Peter J. Story: I think a big distinction there would be that XTC’s song describes someone who doesn’t care about being intelligent, whereas Grak has a desperate desire to be considered brilliant by everyone. And, because of this desire, he’s unable to admit his flaws. As a result, his errors are compounded until he causes the downfall of his society.
That describes every bad leader of a fast food chain or nation I’ve ever known or studied. I imagine someone somewhere could find greater similarities to a specific individual from that pool, but that was not my intent. I personally dislike such low-level critiques of society. They tend to focus on a person’s flaws rather than on the larger picture.
Scott: The “tribe,” as it stands in the novel, is an apt metaphor of the people in any society of any size from tribe to metropolis. In your novel, most are complicit, through action or inaction, in some of the atrocities committed. Was this supposed to reflect a social trend of following leaders out of either love, fear or duty; or were you thinking along the lines of 1984, in which the security or perceived security in society is enough to give up what would be your human rights?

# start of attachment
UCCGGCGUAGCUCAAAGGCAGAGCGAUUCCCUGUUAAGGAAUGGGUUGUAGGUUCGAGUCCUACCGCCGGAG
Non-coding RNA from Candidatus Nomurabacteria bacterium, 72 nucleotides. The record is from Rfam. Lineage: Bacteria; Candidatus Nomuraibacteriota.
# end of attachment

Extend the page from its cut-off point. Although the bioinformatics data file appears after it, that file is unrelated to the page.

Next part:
Peter J. Story: Yes, it seems to me that society, as a whole, tends to follow first and ask questions later. And love, fear, and duty (along with any other state of such strong emotions) tend to drive trends the fastest.
It seems to me that hatred is the greatest catalyst, though. If you can get people to hate something, they’ll rush out to buy an answer or race to the polls to vote against that opponent. So if Grak can teach anything, I hope it would be that we should take care when responding to that which we hate.
And along those lines, fear and subsequent hatred are the natural catalysts that lead to a 1984 type of society where rights are traded for security. So, to answer your question, both.